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Just got back from LA a little while ago; school's going to seem like a
The conference seemed kinda strange, as some of the others may have
mentioned. It seemed like there weren't a whole lot of presentations
by/for elementary/middle/secondary teachers; a lot of assessment,
research, special caucus issues. Still, I managed to go to enough
presentations to keep me in the hotel for three days straight, and glean
enough stuff to have to ship a box back to myself. I'm already thinking
about curriculum changes for next year, and hope to find the time this
semester to try out a few things. As soon as my box gets here, I'll try
to give you a rundown of some of the sessions I attended.
It was so great to see some of you again, and to meet new people.
Sharon H. and I seemed to run into each other several times each day.
Sharon, thanks for being the bouncer at my workshop, and the frank
critique. If you come up with any more suggestions, zap 'em my way.
I'm going to propose it for next year's conference and want to make sure
it's truly useful for the participants.
I hope you all--and not just the attendees--appreciate just what a
wonderful supporter and cheerleader we have in Judy Nagel. She handed
out fluorescent orange nametags so we could recognize our own species
from a distance. Every time I saw her she was smiling; and believe me,
those exhibit halls get really crazy. Sax even picked up the tab at our
breakfast one morning, and donated the supplies for my workshop.
At the Getty reception, Bunki and Carolyn went in one direction to find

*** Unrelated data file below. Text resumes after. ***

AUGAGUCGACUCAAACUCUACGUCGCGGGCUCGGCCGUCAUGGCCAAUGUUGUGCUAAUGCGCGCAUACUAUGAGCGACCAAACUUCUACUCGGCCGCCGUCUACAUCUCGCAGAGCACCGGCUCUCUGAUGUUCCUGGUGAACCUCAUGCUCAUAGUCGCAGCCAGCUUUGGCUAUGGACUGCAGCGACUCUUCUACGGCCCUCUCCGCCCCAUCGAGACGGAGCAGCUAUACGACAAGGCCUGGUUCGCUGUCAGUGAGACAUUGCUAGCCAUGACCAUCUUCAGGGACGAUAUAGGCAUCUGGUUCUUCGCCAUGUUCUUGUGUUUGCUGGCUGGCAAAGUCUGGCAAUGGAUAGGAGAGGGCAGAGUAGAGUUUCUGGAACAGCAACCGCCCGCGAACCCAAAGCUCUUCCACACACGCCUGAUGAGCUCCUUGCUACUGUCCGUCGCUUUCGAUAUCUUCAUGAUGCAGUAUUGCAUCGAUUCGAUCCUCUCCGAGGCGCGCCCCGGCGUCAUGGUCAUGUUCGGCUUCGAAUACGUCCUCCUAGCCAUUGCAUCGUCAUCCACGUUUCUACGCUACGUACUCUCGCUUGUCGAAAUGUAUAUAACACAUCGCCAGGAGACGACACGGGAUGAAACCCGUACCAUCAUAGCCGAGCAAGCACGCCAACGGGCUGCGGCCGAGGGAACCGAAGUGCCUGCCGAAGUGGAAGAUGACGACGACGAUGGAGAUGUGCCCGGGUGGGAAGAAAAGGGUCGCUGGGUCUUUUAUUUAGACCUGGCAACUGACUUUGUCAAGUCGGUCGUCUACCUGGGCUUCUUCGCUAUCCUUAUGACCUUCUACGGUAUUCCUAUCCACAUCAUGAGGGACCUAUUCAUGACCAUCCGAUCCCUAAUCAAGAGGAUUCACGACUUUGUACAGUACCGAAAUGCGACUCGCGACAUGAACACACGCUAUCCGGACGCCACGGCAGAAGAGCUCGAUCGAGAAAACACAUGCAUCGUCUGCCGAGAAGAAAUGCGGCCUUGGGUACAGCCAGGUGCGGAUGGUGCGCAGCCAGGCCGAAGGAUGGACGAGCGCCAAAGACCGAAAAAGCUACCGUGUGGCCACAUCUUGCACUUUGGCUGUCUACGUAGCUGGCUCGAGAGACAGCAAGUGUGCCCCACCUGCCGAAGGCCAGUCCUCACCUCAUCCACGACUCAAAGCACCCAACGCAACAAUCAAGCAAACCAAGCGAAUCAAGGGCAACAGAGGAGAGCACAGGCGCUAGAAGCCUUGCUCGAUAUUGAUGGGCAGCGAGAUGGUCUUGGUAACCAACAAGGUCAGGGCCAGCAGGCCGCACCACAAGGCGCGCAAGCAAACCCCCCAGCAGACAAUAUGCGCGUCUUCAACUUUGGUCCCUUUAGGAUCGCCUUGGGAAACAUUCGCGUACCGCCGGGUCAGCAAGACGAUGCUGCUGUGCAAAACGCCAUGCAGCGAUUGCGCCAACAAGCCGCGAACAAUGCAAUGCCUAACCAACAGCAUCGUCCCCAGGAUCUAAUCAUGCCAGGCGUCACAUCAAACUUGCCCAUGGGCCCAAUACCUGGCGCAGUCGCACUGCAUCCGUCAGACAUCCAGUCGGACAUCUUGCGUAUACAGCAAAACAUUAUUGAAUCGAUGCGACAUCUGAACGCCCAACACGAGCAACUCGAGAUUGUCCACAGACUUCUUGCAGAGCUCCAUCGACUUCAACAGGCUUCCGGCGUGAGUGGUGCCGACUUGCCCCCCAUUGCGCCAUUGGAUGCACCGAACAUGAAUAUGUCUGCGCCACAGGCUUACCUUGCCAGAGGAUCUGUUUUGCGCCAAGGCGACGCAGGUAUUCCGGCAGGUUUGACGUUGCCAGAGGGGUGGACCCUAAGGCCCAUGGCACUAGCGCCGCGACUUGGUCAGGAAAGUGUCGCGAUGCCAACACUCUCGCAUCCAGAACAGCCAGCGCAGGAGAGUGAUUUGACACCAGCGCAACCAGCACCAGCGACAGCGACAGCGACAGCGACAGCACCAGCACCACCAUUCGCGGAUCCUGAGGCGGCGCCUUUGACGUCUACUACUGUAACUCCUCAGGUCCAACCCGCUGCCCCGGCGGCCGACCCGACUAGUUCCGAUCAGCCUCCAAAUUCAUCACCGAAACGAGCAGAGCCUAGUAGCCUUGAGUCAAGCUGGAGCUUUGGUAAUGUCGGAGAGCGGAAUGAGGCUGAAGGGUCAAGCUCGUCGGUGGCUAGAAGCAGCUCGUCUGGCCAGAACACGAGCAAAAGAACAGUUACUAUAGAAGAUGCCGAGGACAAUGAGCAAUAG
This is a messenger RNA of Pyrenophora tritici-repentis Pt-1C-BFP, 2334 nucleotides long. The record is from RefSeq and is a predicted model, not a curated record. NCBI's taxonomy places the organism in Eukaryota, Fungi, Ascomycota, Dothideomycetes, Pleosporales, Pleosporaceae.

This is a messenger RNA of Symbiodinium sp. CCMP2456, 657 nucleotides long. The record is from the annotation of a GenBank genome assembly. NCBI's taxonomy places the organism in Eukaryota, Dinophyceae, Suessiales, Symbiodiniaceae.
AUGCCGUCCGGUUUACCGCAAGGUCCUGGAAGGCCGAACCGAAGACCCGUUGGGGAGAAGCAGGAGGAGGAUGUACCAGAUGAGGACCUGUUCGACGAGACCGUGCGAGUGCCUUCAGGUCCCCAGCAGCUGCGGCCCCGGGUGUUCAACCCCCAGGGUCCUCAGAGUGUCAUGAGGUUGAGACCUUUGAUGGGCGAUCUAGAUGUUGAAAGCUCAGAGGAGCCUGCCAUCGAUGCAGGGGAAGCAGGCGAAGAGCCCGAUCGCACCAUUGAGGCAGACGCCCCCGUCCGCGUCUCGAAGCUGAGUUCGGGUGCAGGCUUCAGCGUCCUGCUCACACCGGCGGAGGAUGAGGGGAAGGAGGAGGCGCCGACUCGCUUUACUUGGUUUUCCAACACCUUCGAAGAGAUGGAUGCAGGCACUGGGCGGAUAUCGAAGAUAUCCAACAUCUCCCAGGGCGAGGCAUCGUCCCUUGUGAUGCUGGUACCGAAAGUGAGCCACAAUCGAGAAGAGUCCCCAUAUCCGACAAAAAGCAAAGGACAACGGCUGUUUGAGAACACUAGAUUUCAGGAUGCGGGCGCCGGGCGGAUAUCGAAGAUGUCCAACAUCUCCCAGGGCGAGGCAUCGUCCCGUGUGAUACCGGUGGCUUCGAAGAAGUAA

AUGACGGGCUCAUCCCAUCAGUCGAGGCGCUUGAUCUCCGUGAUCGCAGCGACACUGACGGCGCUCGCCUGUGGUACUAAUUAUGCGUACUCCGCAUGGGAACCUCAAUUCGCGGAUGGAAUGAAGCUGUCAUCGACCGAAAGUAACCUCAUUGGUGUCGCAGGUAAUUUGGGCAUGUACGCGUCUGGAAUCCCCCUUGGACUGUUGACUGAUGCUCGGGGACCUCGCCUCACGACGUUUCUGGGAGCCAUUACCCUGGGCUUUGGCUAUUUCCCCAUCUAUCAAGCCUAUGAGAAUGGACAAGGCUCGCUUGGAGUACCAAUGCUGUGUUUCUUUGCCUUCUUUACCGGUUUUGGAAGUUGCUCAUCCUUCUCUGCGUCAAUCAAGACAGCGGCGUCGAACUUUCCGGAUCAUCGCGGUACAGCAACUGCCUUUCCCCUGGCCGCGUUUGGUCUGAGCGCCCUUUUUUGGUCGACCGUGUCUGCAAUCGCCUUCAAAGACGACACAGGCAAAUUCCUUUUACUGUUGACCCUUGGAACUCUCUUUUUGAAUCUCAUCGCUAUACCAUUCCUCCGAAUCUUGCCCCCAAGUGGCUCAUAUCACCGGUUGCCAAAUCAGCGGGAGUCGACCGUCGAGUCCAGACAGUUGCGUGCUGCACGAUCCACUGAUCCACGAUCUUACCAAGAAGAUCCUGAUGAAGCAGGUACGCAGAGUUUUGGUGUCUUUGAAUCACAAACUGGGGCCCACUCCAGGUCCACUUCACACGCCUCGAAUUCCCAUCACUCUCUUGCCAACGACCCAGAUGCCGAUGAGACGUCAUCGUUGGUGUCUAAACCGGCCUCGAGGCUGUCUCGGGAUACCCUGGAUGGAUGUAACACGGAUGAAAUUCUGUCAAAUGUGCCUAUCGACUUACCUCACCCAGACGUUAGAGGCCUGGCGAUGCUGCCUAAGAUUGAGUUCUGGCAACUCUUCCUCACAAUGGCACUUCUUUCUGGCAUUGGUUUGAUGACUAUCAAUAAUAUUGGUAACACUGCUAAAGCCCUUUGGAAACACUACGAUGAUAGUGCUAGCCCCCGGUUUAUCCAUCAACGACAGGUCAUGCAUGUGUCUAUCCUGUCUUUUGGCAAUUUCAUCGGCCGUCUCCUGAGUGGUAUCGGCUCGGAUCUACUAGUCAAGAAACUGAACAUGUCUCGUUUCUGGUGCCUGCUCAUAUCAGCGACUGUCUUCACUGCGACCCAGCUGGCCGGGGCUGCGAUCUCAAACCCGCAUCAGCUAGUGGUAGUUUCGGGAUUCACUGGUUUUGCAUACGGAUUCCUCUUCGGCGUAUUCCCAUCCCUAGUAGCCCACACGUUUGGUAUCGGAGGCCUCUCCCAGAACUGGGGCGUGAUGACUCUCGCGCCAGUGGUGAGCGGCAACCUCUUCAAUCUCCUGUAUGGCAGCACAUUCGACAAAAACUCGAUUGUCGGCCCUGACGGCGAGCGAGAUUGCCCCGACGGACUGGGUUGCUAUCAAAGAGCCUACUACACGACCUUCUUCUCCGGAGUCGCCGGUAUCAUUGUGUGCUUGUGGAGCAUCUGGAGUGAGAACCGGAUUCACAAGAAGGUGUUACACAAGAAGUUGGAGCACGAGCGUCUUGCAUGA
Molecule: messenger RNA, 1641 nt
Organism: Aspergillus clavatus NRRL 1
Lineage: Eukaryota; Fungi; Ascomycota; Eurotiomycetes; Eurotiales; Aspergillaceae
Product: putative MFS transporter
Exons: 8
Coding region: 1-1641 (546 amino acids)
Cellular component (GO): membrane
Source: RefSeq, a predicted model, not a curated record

out who to contact regarding Getty, the list, and ArtEdNet, and Kim
Herbert and I were able to speak frankly to a couple of women who were
demonstrating features of their new site. Kim has probably told you
they assured us the list was not going to end, and they are looking for
other sources to help sponsor us. I hope I was able to convey to them
that besides being a great resource, there is also a strong sense of
community here. Their new site is going to be fabulous; you'll be able
to access the collection by theme, century, or country, or a
combination. There are even little narrated videos and the ability to
really zoom in on the works--you could see the brush strokes on a piece
of glazed pottery. They were quite keen on getting feedback from the
handful of people attending their demo, and they seemed to really listen
to our comments and suggestions. They hope to debut July 1.
There will be an online proposal form on NAEA's site for those of you
considering presenting (and if you're not considering, you should).
Apparently you'll be able to fill it out online. I'm already cooking up
some ideas for NYC next year, and hope you all do the same.
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